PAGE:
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Indigenous Cultural Safety Learning Series - Spirit Bear's Guide to Reconciliation
As a reconciliation Ambearrister, Spirit Bear represents the 165,000 First Nations children the federal government was found to be discriminating against in its inequitable funding of public services. Learn about the ongoing Canadian Human Rights Tribunal (CHRT) case on First Nations child welfare and why, to date, there have been nine non-compliance orders issued against Canada at the CHRT.

Feb 20, 2020 11:00 AM in Pacific Time (US and Canada)

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Cindy Blackstock, PhD
Executive Director @First Nations Child and Family Caring Society and a professor at McGill University’s School of Social Work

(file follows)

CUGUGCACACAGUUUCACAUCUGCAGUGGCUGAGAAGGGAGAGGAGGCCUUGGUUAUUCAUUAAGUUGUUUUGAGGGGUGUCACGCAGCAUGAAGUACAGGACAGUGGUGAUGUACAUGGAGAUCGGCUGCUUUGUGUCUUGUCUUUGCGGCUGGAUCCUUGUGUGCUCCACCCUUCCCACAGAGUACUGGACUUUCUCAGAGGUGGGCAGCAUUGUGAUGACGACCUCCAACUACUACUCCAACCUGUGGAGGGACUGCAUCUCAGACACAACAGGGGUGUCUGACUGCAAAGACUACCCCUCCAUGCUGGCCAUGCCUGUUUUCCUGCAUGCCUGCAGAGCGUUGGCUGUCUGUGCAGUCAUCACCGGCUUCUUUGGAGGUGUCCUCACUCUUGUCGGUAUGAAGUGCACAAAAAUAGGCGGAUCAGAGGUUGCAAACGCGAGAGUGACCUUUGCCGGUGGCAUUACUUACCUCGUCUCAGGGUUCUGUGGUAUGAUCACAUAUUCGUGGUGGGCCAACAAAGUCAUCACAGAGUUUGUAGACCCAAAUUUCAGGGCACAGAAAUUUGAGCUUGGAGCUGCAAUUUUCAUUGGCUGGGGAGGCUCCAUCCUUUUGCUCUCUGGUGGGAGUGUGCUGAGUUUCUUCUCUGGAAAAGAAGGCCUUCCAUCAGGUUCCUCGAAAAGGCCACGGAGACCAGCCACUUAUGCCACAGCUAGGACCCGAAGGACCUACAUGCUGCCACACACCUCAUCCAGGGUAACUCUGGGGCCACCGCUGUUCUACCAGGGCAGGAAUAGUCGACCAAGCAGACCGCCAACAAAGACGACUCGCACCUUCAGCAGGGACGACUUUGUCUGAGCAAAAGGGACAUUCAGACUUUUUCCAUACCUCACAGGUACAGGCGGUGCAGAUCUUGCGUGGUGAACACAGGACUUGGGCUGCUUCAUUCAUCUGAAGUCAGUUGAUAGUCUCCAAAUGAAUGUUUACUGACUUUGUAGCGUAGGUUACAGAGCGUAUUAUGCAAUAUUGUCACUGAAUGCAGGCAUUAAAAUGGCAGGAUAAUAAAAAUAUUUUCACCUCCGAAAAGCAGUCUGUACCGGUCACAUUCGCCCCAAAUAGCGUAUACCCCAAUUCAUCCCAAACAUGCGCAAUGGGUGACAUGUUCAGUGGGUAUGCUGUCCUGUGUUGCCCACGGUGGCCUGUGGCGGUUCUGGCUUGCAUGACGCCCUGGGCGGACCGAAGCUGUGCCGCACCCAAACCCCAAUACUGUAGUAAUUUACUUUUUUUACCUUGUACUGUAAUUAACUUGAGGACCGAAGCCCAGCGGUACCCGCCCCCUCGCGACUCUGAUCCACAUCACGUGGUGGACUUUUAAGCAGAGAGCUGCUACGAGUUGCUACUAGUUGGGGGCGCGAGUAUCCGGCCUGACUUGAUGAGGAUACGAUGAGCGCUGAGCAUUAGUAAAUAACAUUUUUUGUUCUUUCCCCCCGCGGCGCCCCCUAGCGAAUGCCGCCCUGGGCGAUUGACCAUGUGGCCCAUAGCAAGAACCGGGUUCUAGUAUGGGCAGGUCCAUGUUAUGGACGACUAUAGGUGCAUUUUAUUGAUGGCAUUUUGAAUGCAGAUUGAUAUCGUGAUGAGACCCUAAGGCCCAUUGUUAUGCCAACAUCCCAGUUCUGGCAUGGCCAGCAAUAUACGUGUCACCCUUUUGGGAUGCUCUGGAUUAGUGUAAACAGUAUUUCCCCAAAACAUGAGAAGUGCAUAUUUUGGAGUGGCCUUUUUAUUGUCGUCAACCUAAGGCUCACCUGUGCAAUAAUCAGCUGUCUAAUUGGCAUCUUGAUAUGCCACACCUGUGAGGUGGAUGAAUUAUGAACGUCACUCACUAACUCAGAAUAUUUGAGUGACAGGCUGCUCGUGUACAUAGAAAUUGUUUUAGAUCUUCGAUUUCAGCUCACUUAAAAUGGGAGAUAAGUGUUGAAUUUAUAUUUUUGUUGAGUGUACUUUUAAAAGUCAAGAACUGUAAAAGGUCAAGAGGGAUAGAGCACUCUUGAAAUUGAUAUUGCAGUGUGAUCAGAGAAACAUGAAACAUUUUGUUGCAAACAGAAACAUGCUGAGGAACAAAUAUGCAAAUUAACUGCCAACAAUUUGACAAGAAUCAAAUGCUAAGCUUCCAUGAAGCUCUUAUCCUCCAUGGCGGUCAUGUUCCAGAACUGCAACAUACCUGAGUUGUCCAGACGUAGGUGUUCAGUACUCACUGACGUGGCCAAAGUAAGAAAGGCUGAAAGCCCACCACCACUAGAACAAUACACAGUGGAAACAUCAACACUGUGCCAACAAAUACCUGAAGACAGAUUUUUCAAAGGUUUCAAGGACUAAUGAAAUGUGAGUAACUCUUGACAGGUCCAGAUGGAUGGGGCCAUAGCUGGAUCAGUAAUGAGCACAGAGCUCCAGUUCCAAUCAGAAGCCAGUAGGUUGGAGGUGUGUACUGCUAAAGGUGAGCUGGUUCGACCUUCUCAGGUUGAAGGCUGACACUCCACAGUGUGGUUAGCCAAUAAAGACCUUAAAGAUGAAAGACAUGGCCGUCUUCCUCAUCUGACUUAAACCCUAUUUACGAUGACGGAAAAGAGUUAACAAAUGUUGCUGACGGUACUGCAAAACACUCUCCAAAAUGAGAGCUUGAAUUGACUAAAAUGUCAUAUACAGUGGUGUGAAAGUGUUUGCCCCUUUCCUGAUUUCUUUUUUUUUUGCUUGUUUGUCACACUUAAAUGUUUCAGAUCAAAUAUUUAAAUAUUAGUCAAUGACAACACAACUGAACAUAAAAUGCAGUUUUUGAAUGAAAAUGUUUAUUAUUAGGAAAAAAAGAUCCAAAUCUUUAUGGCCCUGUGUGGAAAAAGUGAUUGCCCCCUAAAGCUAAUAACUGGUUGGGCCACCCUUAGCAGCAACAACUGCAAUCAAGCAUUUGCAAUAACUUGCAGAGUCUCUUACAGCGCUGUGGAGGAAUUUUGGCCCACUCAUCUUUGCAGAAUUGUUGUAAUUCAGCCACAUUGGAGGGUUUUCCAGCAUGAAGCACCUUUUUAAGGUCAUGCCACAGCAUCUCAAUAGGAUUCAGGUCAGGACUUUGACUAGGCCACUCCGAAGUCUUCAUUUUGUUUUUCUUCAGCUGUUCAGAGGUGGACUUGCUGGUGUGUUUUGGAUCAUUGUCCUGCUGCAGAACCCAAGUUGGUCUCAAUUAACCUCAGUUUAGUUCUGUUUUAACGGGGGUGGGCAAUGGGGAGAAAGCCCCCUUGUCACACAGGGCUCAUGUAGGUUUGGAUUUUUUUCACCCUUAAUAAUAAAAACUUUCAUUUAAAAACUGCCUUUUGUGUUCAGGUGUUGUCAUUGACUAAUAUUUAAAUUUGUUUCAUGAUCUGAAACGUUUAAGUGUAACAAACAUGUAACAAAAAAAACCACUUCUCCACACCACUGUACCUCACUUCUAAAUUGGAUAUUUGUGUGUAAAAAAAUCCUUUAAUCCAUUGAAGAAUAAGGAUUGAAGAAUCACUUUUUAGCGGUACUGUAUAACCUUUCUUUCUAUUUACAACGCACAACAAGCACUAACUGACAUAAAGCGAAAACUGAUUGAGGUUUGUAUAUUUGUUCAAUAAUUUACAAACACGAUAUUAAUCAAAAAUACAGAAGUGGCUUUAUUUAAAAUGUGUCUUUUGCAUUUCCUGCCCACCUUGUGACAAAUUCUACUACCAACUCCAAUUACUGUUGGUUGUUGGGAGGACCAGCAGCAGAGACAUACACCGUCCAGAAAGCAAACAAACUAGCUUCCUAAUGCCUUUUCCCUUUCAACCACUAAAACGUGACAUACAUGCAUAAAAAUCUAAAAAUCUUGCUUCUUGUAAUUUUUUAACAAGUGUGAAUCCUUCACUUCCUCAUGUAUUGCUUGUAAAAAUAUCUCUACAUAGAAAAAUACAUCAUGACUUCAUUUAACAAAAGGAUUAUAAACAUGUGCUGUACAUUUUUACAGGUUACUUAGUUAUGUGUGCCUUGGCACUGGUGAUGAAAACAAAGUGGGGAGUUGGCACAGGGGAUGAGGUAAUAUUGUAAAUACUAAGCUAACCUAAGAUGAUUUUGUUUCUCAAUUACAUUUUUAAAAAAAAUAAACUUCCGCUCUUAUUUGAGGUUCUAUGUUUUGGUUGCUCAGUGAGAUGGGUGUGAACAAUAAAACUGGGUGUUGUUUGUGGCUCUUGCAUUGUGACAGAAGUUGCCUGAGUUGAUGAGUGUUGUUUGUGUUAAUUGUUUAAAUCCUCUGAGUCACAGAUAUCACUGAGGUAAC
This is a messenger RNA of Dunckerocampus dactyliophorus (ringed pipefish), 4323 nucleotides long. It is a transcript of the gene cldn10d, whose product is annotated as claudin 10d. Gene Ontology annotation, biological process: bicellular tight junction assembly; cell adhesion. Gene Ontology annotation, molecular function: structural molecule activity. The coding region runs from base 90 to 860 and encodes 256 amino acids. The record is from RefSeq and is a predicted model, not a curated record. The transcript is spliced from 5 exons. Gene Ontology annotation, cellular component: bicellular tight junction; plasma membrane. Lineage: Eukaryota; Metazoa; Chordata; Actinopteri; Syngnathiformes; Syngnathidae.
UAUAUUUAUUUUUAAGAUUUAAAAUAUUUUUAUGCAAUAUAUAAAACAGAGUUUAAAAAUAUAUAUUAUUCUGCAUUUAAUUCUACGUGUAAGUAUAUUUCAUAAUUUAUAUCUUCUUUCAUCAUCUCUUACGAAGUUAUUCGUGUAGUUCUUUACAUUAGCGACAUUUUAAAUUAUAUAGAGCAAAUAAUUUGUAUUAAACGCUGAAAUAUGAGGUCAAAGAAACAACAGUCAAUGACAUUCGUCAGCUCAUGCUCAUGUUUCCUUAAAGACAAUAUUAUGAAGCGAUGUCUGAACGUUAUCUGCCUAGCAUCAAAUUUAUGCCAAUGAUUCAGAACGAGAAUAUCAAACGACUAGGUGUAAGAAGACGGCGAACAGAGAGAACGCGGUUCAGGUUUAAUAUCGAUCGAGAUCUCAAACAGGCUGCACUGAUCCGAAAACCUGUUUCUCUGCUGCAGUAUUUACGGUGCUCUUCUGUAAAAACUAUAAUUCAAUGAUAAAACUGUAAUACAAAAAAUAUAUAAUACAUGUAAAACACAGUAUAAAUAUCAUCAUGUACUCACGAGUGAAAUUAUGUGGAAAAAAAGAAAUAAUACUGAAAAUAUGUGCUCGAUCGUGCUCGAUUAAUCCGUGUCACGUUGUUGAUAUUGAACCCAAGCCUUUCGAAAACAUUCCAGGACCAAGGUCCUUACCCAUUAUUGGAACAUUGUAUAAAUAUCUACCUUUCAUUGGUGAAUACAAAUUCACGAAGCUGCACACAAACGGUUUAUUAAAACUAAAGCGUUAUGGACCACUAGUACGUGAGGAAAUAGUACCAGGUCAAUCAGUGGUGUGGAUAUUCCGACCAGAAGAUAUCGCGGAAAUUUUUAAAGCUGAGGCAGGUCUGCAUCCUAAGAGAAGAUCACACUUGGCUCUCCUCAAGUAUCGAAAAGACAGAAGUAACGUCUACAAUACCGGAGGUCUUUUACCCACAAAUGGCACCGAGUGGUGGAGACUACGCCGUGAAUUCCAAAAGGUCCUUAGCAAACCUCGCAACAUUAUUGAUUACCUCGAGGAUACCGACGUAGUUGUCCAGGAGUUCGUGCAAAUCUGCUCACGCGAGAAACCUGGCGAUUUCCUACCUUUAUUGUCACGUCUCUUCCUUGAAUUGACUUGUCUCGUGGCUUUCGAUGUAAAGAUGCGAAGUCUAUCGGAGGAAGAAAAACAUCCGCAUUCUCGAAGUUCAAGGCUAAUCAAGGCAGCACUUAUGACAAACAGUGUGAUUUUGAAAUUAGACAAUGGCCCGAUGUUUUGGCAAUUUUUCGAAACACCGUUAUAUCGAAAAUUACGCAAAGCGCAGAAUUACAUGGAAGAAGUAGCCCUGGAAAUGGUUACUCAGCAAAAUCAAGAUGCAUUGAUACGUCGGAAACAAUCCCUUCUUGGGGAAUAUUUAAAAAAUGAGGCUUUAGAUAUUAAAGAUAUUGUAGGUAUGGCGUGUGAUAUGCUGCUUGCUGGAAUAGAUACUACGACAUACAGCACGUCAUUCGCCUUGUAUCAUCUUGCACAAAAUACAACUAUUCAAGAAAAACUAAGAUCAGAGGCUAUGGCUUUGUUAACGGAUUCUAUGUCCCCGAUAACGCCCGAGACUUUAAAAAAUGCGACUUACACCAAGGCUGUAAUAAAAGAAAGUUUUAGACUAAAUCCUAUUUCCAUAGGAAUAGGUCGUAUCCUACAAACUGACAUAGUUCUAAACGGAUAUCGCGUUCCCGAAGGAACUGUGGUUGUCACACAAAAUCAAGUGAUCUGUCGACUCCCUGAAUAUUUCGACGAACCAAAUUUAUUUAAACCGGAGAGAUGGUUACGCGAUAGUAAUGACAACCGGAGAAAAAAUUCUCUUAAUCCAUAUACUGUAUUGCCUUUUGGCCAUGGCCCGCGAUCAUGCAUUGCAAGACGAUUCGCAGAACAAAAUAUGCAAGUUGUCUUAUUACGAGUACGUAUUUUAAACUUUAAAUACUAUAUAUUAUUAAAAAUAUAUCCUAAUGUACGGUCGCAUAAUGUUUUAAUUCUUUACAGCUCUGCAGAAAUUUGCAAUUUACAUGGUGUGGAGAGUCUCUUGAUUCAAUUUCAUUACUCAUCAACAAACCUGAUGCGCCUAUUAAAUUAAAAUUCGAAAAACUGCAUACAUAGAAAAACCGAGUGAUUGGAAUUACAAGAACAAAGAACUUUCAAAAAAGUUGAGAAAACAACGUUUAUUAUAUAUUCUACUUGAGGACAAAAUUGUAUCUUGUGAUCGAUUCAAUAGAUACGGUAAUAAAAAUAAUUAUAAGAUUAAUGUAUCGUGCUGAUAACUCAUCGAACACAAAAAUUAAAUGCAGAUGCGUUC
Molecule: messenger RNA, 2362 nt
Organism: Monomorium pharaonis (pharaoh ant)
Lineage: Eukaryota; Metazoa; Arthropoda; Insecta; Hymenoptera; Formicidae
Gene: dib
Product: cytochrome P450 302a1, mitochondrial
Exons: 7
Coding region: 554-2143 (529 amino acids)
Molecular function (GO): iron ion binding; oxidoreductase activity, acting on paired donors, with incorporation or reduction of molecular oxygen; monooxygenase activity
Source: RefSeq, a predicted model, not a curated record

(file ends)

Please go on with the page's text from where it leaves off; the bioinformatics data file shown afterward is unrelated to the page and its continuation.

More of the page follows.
A member of the Gitxsan First Nation. She has over 30 years of experience working in child welfare and Indigenous children’s rights and has published more than 75 articles on topics relating to reconciliation, Indigenous theory, First Nations child welfare and human rights. Cindy was honoured to work with First Nations colleagues on a successful human rights challenge to Canada’s inequitable provision of child and family services and failure to implement Jordan’s Principle. This hard-fought litigation has resulted in hundreds of thousands of services being provided to First Nations children, youth and families. She recently served on the Pan American Health Commission on Health Equity and Inequity and fundamentally believes that culturally-based equity is fundamental to meaningful reconciliation. Cindy is frequently sighted in the company of the Caring Society’s reconciliation Am-bear-rister, Spirit Bear, engaging children in meaningful actions to implement the TRC Calls to Action.